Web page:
Oct. 29, 2015: Ambassador to Thailand Davies meets Prime Minister Prayut Chan-Ocha.  The ambassador welcomes Thailand to join the Trans-Pacific Partnership.

Oct. 29, 2015: Permanent Court of Arbitration awards its first decision in The Republic of Philippines v. The People’s Republic of China case, ruling that the case was “properly constituted” under the United Nations Convention on the Law of the Sea, that China’s “non-appearance” (i.e., refusal to participate) did not preclude the Court’s jurisdiction, and that the Philippines was within its rights in filing the case.

Nov. 4, 2015:  The ASEAN Defense Ministers Meeting-Plus cancels its usual joint statement after China insists that any statement omit reference to the South China Sea conflicts.

Nov. 5, 2015:  US Secretary of Defense Ashton Carter and Malaysian Defense Minister Hishammuddin Hussein visit the aircraft carrier USS Theodore Roosevelt off the coast of Malaysian Borneo.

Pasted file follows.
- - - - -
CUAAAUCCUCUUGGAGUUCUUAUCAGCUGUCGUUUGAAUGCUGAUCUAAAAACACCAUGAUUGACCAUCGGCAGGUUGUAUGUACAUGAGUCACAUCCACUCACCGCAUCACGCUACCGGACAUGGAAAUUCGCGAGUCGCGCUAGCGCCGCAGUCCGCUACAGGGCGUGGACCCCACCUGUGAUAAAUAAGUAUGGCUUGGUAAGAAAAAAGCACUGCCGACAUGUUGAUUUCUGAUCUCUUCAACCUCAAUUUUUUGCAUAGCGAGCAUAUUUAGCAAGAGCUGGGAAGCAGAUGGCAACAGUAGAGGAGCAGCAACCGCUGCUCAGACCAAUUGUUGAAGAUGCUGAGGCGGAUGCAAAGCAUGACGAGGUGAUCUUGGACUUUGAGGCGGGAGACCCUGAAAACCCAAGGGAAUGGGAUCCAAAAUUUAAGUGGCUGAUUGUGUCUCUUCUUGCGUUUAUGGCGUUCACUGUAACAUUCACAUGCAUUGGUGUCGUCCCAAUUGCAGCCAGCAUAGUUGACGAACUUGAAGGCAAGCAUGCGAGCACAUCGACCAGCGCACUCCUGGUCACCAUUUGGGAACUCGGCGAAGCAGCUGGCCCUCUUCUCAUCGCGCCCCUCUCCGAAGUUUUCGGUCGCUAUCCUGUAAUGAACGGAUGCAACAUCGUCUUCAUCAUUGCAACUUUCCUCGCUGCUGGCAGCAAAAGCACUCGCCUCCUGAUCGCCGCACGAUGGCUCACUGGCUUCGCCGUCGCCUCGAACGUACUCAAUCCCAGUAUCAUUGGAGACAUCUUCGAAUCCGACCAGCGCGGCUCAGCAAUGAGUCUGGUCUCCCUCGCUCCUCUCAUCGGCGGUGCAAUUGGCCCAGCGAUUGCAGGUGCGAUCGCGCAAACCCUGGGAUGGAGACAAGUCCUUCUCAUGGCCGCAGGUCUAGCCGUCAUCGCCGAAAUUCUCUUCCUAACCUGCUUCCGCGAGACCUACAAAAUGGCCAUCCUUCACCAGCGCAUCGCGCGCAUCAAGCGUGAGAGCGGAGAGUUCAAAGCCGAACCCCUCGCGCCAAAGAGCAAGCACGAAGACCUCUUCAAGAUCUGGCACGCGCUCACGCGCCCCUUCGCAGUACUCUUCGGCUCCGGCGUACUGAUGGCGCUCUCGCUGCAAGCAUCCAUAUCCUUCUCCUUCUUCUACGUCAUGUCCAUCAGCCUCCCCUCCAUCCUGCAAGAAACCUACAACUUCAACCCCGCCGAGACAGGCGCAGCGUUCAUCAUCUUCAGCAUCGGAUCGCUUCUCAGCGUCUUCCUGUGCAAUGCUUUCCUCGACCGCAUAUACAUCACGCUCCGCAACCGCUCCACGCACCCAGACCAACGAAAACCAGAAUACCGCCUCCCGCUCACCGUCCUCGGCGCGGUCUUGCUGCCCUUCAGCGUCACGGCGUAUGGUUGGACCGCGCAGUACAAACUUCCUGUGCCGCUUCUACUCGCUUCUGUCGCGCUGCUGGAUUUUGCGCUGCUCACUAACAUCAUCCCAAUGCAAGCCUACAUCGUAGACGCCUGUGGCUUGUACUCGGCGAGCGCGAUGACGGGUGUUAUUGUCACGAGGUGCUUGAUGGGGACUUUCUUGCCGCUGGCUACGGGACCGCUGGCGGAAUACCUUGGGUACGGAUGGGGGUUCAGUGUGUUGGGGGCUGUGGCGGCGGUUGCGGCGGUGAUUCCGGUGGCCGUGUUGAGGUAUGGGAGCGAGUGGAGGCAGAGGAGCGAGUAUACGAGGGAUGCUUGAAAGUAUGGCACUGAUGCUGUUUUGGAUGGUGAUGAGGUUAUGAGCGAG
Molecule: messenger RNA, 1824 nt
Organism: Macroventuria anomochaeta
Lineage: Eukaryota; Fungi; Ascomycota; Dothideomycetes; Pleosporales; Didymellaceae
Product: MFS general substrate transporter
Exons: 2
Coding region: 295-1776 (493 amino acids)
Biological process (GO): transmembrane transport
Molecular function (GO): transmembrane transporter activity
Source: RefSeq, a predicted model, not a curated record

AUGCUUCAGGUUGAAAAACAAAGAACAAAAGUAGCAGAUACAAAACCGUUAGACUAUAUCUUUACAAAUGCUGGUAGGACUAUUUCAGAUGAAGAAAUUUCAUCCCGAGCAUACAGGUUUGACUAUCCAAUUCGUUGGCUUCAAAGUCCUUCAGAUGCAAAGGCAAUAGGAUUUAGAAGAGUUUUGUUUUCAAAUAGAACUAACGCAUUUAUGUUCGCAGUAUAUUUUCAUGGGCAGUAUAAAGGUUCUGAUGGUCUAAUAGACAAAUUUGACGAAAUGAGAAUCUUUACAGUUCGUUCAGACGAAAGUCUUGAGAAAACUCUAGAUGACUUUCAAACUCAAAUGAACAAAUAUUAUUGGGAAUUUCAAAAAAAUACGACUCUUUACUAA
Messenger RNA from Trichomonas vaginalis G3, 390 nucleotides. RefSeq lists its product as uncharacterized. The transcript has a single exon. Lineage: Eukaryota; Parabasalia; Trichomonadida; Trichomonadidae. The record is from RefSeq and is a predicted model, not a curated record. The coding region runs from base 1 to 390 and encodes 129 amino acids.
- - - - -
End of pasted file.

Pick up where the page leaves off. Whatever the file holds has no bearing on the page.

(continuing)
Oct. 27-Nov. 10, 2015:  Japanese Maritime Self-Defense Force and the US Navy conduct a joint exercise in the South China Sea – the first bilateral exercise of these two in the region.

Nov. 16-20, 2015:  US and Cambodian navies conduct the sixth annual CARAT exercise at Cambodia’s Ream Navy Base, with 500 sailors participate in both land and sea-based activities.

Nov. 17, 2015:  United States lifts its ban on the sale of lethal capabilities to Vietnam in order to encourage “interoperability with other regional forces.”

Nov. 18, 2015:  Presidents Barack Obama and Benigno Aquino meet on the sidelines of the APEC Forum in Manila to discuss the South China Sea conflicts and the pending US-Philippine Enhanced Defense Partnership.  New US military aid is also announced.